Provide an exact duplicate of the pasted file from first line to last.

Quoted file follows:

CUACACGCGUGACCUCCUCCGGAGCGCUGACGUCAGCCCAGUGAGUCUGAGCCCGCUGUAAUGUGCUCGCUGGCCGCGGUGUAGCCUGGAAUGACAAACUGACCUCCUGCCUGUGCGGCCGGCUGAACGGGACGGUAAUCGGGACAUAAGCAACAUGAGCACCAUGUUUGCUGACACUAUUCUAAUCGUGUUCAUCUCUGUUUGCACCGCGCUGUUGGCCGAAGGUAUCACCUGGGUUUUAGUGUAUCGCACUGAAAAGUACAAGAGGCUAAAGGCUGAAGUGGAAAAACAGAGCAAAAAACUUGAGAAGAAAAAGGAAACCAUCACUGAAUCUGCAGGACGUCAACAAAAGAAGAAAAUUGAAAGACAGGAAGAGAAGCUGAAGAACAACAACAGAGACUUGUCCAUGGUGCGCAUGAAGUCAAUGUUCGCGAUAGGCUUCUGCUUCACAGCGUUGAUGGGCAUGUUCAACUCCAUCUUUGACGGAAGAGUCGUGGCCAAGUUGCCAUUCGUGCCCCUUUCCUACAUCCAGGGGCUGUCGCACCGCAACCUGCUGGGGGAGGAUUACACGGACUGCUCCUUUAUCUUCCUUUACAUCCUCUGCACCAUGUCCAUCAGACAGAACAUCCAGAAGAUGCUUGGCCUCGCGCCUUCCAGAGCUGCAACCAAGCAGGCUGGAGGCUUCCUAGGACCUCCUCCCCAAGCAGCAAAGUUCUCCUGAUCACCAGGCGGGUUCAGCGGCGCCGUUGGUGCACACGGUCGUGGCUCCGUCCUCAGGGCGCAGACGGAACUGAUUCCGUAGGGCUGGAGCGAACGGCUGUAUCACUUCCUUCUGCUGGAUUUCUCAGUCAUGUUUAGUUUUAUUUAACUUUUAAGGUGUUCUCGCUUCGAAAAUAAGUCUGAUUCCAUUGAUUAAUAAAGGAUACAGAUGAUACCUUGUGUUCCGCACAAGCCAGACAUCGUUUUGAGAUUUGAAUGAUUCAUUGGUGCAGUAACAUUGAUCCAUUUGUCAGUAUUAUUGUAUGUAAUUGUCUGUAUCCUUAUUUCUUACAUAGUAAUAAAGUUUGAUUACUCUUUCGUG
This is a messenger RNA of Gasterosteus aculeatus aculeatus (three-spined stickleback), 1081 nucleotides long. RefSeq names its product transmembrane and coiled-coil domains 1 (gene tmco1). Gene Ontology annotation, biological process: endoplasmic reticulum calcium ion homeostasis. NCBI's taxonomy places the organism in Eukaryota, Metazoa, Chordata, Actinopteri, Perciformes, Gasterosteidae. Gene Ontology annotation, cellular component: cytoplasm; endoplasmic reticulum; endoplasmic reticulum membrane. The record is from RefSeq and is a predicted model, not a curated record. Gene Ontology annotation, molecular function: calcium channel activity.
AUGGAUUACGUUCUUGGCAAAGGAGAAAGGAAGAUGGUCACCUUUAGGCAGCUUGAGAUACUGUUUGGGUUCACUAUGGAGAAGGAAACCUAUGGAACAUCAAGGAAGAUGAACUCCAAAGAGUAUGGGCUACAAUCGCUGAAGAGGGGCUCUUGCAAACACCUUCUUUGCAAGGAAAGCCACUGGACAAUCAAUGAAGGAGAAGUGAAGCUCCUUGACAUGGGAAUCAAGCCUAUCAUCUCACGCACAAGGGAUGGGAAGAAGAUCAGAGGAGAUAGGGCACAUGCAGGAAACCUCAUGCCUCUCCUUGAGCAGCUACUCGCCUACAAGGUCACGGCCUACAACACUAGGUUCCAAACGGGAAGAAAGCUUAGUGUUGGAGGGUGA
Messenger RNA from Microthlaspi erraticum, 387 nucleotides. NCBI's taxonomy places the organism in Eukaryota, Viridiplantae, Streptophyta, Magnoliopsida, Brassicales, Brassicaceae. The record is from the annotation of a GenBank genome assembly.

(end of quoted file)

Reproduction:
CUACACGCGUGACCUCCUCCGGAGCGCUGACGUCAGCCCAGUGAGUCUGAGCCCGCUGUAAUGUGCUCGCUGGCCGCGGUGUAGCCUGGAAUGACAAACUGACCUCCUGCCUGUGCGGCCGGCUGAACGGGACGGUAAUCGGGACAUAAGCAACAUGAGCACCAUGUUUGCUGACACUAUUCUAAUCGUGUUCAUCUCUGUUUGCACCGCGCUGUUGGCCGAAGGUAUCACCUGGGUUUUAGUGUAUCGCACUGAAAAGUACAAGAGGCUAAAGGCUGAAGUGGAAAAACAGAGCAAAAAACUUGAGAAGAAAAAGGAAACCAUCACUGAAUCUGCAGGACGUCAACAAAAGAAGAAAAUUGAAAGACAGGAAGAGAAGCUGAAGAACAACAACAGAGACUUGUCCAUGGUGCGCAUGAAGUCAAUGUUCGCGAUAGGCUUCUGCUUCACAGCGUUGAUGGGCAUGUUCAACUCCAUCUUUGACGGAAGAGUCGUGGCCAAGUUGCCAUUCGUGCCCCUUUCCUACAUCCAGGGGCUGUCGCACCGCAACCUGCUGGGGGAGGAUUACACGGACUGCUCCUUUAUCUUCCUUUACAUCCUCUGCACCAUGUCCAUCAGACAGAACAUCCAGAAGAUGCUUGGCCUCGCGCCUUCCAGAGCUGCAACCAAGCAGGCUGGAGGCUUCCUAGGACCUCCUCCCCAAGCAGCAAAGUUCUCCUGAUCACCAGGCGGGUUCAGCGGCGCCGUUGGUGCACACGGUCGUGGCUCCGUCCUCAGGGCGCAGACGGAACUGAUUCCGUAGGGCUGGAGCGAACGGCUGUAUCACUUCCUUCUGCUGGAUUUCUCAGUCAUGUUUAGUUUUAUUUAACUUUUAAGGUGUUCUCGCUUCGAAAAUAAGUCUGAUUCCAUUGAUUAAUAAAGGAUACAGAUGAUACCUUGUGUUCCGCACAAGCCAGACAUCGUUUUGAGAUUUGAAUGAUUCAUUGGUGCAGUAACAUUGAUCCAUUUGUCAGUAUUAUUGUAUGUAAUUGUCUGUAUCCUUAUUUCUUACAUAGUAAUAAAGUUUGAUUACUCUUUCGUG
This is a messenger RNA of Gasterosteus aculeatus aculeatus (three-spined stickleback), 1081 nucleotides long. RefSeq names its product transmembrane and coiled-coil domains 1 (gene tmco1). Gene Ontology annotation, biological process: endoplasmic reticulum calcium ion homeostasis. NCBI's taxonomy places the organism in Eukaryota, Metazoa, Chordata, Actinopteri, Perciformes, Gasterosteidae. Gene Ontology annotation, cellular component: cytoplasm; endoplasmic reticulum; endoplasmic reticulum membrane. The record is from RefSeq and is a predicted model, not a curated record. Gene Ontology annotation, molecular function: calcium channel activity.
AUGGAUUACGUUCUUGGCAAAGGAGAAAGGAAGAUGGUCACCUUUAGGCAGCUUGAGAUACUGUUUGGGUUCACUAUGGAGAAGGAAACCUAUGGAACAUCAAGGAAGAUGAACUCCAAAGAGUAUGGGCUACAAUCGCUGAAGAGGGGCUCUUGCAAACACCUUCUUUGCAAGGAAAGCCACUGGACAAUCAAUGAAGGAGAAGUGAAGCUCCUUGACAUGGGAAUCAAGCCUAUCAUCUCACGCACAAGGGAUGGGAAGAAGAUCAGAGGAGAUAGGGCACAUGCAGGAAACCUCAUGCCUCUCCUUGAGCAGCUACUCGCCUACAAGGUCACGGCCUACAACACUAGGUUCCAAACGGGAAGAAAGCUUAGUGUUGGAGGGUGA
Messenger RNA from Microthlaspi erraticum, 387 nucleotides. NCBI's taxonomy places the organism in Eukaryota, Viridiplantae, Streptophyta, Magnoliopsida, Brassicales, Brassicaceae. The record is from the annotation of a GenBank genome assembly.